Singapore's Court of Appeal had asked the High Court to determine the damages after ruling last year that AXA had breached its "duty of care" to Ramesh Krishnan when its references cost him a $2.2m ($1.6m) job with Prudential.
Ramesh brought claims of defamation, malicious falsehood and negligence against AXA over references given to Prudential, to Tokio Marine and to the Monetary Authority of Singapore.
Ramesh had been employed by AXA from 2005 to 2011, leading a group of advisers. Apart from being promoted twice in that period, Ramesh also won "numerous awards and accolades", the court said.
However, the relationship between Ramesh and AXA began to deteriorate after a new chief executive was employed. Ramesh eventually resigned in April 2011 and began to look for other work.
In its references AXA said that Ramesh's group of advisers "showed a very poor 13th month persistency rate", a measure of how many clients continue their policies, and "we are very concerned as to whether the clients have been provided with proper advice".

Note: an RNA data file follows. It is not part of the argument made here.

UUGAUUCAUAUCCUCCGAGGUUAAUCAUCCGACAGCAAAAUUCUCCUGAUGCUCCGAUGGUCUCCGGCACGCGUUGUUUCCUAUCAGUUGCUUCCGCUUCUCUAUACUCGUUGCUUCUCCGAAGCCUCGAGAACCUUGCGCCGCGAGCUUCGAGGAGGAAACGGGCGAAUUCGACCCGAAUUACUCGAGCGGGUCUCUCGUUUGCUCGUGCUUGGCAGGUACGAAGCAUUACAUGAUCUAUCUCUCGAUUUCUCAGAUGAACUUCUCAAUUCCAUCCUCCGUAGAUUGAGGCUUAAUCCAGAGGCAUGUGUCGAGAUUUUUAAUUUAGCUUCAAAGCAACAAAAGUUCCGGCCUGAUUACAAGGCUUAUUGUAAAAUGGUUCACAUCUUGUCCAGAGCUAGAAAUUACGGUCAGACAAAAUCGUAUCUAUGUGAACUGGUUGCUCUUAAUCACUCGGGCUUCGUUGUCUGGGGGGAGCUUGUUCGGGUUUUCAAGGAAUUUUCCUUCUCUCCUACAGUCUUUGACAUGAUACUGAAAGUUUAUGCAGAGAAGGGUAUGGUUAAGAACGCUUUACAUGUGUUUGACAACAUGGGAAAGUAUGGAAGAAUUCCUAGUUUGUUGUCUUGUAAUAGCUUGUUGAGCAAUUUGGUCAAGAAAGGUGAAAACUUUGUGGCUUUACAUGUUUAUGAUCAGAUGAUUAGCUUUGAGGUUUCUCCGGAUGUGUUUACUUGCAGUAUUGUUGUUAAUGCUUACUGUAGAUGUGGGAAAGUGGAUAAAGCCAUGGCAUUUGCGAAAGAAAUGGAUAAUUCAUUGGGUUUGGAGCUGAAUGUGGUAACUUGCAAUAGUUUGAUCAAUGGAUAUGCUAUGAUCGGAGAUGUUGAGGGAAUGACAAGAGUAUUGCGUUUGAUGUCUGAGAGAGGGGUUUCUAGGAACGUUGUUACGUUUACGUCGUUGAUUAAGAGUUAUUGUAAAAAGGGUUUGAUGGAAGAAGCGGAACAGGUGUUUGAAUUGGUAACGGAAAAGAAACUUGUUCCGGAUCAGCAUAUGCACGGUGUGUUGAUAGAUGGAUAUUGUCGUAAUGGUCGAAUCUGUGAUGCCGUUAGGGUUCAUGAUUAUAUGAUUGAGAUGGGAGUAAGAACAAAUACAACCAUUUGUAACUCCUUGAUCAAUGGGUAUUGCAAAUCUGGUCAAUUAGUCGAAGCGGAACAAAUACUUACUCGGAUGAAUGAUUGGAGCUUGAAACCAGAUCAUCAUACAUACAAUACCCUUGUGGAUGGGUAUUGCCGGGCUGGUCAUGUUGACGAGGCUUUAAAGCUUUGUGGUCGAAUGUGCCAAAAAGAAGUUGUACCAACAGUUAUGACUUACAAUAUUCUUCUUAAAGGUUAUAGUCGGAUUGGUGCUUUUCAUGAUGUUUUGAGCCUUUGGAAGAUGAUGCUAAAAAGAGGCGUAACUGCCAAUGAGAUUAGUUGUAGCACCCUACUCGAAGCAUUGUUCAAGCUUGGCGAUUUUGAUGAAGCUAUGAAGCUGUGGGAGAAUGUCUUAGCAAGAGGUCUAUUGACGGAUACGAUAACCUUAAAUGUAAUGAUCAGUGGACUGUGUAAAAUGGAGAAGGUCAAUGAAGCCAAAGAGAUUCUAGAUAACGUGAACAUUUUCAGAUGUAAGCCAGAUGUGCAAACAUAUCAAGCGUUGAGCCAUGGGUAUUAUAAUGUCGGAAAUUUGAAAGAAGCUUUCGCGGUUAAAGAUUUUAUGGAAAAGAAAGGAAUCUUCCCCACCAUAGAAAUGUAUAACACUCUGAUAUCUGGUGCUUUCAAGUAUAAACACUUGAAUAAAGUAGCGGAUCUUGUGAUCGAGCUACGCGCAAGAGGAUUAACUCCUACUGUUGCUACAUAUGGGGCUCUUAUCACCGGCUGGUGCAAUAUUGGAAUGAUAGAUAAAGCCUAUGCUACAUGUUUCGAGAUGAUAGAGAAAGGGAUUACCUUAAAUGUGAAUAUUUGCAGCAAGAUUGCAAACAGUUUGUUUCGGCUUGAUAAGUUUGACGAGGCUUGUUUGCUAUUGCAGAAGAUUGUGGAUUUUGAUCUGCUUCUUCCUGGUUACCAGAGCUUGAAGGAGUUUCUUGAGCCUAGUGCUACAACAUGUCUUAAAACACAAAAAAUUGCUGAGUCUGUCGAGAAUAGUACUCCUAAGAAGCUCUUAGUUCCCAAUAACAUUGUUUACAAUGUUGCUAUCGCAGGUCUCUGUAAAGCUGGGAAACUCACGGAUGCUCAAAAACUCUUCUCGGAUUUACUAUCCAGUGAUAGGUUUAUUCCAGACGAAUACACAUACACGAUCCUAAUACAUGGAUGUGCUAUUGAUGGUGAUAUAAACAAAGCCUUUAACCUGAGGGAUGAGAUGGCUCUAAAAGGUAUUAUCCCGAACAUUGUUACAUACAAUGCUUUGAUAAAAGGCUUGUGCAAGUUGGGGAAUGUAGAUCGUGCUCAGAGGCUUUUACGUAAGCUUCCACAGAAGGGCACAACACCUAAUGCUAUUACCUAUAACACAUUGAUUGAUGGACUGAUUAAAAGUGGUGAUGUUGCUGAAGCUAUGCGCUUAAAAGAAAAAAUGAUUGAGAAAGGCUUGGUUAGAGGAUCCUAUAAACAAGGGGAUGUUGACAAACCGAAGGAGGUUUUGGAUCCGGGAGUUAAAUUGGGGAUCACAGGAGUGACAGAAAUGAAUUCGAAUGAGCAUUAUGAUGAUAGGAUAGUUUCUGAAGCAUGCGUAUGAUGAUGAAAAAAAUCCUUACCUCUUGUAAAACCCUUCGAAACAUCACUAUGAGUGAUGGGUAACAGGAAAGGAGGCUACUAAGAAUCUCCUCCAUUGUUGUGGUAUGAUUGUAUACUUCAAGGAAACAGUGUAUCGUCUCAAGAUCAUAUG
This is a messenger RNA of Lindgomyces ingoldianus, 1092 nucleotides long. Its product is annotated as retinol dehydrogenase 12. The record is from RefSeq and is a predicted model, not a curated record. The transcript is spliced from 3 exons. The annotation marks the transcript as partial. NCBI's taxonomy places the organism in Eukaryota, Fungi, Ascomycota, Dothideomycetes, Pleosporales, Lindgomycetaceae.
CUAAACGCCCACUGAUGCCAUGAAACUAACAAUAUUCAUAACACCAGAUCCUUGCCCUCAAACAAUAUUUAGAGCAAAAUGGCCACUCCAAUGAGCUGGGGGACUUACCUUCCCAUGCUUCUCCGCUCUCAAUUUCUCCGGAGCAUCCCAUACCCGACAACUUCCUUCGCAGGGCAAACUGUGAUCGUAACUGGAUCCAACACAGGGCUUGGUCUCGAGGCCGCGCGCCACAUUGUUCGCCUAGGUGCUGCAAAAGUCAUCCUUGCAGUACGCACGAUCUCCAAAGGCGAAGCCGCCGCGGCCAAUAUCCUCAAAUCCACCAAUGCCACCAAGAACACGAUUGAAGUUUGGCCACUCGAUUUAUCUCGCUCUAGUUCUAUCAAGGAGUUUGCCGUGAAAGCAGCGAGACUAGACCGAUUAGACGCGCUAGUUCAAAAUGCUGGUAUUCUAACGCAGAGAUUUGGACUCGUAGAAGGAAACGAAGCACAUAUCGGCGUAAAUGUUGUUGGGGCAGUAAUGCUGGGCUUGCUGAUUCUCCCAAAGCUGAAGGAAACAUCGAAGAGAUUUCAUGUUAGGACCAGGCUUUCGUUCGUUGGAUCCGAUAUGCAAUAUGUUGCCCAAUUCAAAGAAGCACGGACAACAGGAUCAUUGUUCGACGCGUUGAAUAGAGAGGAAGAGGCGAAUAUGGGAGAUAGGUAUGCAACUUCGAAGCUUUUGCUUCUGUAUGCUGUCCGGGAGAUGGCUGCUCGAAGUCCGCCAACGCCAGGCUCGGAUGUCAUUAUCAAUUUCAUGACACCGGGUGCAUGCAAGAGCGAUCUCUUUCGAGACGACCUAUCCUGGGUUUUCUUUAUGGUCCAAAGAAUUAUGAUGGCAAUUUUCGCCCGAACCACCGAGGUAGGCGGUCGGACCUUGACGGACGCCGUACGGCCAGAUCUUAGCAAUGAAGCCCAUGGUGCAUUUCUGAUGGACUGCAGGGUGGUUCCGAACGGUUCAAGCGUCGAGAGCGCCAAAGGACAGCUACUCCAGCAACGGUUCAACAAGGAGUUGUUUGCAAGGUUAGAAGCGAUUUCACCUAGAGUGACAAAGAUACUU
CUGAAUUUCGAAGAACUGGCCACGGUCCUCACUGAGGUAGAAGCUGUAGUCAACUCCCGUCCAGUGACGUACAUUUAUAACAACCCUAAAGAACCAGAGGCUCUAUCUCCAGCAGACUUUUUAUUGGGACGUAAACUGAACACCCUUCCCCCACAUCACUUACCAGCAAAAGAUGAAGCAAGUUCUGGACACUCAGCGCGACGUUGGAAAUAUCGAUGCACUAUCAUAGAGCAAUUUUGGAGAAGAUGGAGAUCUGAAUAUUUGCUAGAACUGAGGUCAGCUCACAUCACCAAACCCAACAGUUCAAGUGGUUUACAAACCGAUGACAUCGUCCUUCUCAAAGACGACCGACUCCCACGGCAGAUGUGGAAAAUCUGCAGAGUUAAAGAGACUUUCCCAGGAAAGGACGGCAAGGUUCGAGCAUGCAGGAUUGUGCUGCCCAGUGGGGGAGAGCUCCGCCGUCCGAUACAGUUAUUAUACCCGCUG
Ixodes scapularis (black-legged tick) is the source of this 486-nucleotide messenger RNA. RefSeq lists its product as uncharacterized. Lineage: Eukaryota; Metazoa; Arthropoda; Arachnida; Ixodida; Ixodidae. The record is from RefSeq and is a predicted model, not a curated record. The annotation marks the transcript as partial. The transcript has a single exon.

Although the information included in AXA's reference was factually true, a substantial part was incomplete, misleading and unfair, the court found. AXA unfairly withheld some information despite the Prudential's requests for it.
Ramesh's claims were originally dismissed by the High Court in 2015. However, in July 2016 the Court of Appeal allowed the appeal in part, finding that AXA was liable for negligence and sending the case back to the High Court.
The High Court calculated the damages based on Ramesh's potential earnings had he been employed by Prudential, minus the income he has had made working in a restaurant owned by his wife.